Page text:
Worker who got salary-only job may still be due old commissions



I work as a sales representative for a large company. I receive a base salary, plus commissions. ... Recently though, I became a salary-only employee.

I assumed I would collect the unpaid commissions I had earned. But much to my dismay I was told I wouldn't be eligible to receive any more commissions once the new salary took effect. I don't understand this. ... Is it just greed on the company's part? Does any law govern a situation like this?

It may be the fine print of your commission contract that's bedeviling you. That agreement spells out the actions your company can take, including whether it can legally cancel an earned commission.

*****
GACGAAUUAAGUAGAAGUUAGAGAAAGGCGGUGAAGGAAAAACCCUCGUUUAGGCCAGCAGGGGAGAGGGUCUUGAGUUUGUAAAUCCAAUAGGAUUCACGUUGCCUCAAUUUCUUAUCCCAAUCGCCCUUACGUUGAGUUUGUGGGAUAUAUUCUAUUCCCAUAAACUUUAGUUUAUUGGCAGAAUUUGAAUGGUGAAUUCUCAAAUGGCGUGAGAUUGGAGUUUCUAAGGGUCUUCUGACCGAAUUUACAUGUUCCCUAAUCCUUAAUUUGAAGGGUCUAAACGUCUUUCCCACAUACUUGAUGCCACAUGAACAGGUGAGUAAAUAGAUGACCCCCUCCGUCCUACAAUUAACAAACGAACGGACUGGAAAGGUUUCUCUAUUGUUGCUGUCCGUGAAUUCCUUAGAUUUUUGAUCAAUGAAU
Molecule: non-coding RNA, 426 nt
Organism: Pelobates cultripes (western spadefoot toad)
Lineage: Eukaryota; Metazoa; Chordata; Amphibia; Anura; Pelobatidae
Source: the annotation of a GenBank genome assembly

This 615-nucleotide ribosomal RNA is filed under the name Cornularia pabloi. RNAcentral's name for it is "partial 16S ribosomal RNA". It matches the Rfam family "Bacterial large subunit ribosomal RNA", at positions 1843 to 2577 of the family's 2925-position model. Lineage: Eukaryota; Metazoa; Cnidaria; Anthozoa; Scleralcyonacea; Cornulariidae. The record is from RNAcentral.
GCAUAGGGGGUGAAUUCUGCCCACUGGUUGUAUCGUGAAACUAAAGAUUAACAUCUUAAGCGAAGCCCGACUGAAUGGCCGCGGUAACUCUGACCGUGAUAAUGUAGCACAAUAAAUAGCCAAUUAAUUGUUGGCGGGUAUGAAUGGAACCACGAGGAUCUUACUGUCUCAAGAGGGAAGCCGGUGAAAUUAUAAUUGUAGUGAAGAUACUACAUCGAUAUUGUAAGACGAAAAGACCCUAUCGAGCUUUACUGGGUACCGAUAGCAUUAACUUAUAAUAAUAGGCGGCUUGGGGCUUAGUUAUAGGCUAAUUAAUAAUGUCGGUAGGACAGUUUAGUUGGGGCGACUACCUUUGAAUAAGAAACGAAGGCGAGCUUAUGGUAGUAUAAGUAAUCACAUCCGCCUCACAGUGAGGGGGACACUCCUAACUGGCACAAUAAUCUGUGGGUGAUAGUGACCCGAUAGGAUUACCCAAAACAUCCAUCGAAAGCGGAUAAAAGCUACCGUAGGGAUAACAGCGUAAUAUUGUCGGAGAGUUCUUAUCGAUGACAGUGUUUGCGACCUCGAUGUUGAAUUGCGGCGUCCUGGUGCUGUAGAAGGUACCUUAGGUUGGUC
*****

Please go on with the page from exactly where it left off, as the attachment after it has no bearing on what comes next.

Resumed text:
So peruse the contract. If you see nothing about disqualifying you for commissions when you take a salaried position, call that to your company's attention. If you can't make any headway, call your state Labor Department.

I work for the IRS. We have a union but aren't obligated to join it. But joining is much easier than leaving it.

Employees can join the union at any time. But there is only one day out of each year when you can leave the union. ... Is this legal?

I spoke with the IRS about this and it clarified some points you made.

Once you join the union, Title 5 of the U.S. Code requires you to pay union dues for more than a year before ending the deductions for dues, an IRS spokesman said.

At the other end, when you want to opt out, there is a single two-week payroll period when you can withdraw your membership and stop the dues deductions from your check.

The agreement between the IRS and the National Treasury Employees Union specifies that the revocation notice be submitted to the payroll office during a two-week pay period sometime in July or August. The cancellation would take effect in September.

Carrie Mason-Draffen writes for Newsday.

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